Edited by:Charles C. Lee, Louisiana State University, USA
Reviewed by:Stephen Vaclav David, Oregon Health and Science University, USA
Kasia M. Bieszczad, Rutgers, The State University of New Jersey, USA
Copyright © 2015 Chen, Xia, Luo, Muthaiah, Xiong, Zhang, Wang, Salvi and Teng. This is an open-access article distributed under the terms of the Creative Commons Attribution License (CC BY). The use, distribution or reproduction in other forums is permitted, provided the original author(s) or licensor are credited and that the original publication in this journal is cited, in accordance with accepted academic practice. No use, distribution or reproduction is permitted which does not comply with these terms.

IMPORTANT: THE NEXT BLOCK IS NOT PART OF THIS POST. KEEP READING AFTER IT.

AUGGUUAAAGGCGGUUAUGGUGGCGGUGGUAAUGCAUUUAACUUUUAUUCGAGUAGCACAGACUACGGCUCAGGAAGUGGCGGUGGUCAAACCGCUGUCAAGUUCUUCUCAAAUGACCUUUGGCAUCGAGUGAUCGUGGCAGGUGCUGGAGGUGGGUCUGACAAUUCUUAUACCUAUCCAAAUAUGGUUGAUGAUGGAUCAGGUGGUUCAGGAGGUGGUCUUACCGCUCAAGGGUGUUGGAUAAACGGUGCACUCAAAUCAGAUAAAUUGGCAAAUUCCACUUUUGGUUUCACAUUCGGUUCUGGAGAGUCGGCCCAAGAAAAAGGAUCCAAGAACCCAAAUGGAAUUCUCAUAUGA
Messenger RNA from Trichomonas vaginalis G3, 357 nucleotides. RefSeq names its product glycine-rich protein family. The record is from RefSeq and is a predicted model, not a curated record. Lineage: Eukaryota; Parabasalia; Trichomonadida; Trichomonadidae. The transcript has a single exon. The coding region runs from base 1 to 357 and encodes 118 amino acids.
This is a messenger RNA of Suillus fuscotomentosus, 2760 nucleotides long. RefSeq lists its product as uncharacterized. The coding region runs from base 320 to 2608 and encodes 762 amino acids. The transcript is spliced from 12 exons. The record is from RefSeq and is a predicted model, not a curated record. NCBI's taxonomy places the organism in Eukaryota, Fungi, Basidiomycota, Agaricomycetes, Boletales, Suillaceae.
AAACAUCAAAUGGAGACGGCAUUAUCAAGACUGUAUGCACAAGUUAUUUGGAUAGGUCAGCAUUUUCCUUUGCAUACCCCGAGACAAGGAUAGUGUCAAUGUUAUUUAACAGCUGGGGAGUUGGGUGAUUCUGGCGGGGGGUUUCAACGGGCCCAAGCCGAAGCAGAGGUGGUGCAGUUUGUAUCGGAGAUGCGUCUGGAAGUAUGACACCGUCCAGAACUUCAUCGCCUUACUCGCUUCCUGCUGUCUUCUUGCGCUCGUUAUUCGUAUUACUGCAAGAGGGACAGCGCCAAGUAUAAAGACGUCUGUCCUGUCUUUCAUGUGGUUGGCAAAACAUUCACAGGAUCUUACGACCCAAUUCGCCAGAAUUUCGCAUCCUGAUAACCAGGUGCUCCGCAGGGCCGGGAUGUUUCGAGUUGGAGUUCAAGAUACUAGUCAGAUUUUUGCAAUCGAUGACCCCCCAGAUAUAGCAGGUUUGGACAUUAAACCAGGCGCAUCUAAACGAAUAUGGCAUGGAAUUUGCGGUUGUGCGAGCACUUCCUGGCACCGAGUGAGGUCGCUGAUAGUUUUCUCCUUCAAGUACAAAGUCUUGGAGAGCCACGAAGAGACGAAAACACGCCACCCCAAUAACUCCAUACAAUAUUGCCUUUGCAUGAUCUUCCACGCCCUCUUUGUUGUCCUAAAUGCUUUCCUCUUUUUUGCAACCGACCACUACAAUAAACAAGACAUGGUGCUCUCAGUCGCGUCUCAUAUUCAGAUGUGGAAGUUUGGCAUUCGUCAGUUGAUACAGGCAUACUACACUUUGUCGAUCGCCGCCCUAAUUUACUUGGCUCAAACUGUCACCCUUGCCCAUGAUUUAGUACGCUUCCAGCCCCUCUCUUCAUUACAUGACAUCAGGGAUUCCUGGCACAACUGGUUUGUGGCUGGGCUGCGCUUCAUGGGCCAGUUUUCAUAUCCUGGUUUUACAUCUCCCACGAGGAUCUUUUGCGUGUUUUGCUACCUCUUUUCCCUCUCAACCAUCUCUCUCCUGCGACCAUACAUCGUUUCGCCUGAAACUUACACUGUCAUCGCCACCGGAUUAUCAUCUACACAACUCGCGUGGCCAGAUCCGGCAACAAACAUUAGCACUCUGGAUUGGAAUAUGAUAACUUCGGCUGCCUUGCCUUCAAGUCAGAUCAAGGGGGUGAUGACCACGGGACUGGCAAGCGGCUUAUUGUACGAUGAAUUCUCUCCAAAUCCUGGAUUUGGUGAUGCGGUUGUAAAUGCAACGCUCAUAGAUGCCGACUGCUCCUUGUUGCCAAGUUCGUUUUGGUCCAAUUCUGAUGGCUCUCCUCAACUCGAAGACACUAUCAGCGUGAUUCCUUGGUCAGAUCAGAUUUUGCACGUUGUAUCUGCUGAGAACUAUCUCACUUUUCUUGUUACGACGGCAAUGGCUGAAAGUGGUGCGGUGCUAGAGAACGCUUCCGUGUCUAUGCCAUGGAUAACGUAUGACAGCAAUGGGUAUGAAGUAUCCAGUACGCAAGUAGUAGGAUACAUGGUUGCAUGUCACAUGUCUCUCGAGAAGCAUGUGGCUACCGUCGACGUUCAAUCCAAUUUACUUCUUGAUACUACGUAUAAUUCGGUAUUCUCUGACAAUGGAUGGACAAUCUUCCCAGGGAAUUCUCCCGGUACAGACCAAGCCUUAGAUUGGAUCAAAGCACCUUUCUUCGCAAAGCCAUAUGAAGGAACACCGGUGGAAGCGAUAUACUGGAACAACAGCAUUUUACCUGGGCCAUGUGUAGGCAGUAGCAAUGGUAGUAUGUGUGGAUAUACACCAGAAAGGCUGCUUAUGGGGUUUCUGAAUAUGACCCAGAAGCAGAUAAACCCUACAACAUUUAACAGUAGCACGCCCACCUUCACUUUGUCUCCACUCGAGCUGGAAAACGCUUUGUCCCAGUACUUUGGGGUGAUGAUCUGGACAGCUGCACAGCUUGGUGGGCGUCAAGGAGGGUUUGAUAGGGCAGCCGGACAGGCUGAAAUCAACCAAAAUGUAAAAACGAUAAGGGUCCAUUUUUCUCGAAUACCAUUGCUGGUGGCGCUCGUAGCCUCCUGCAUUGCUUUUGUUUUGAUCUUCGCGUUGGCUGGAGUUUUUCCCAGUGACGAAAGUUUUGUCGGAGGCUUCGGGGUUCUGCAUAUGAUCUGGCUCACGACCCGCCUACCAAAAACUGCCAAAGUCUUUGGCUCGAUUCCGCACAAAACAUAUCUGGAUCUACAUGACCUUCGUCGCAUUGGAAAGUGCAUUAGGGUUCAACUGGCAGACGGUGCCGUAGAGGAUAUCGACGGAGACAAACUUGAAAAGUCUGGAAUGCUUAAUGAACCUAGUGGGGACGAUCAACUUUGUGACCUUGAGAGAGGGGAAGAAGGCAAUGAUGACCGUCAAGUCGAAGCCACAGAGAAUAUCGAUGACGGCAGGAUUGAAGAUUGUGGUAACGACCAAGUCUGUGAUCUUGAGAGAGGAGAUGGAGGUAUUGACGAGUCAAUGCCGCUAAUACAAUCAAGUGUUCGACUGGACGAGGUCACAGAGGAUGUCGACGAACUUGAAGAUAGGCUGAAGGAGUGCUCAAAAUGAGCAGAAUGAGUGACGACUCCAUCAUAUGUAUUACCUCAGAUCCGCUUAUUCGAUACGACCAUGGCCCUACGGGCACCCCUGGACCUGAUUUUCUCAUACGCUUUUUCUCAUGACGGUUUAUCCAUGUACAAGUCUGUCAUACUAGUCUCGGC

*Correspondence: Gao-Jun Teng, firstname.lastname@example.org
†These authors have contributed equally to this work.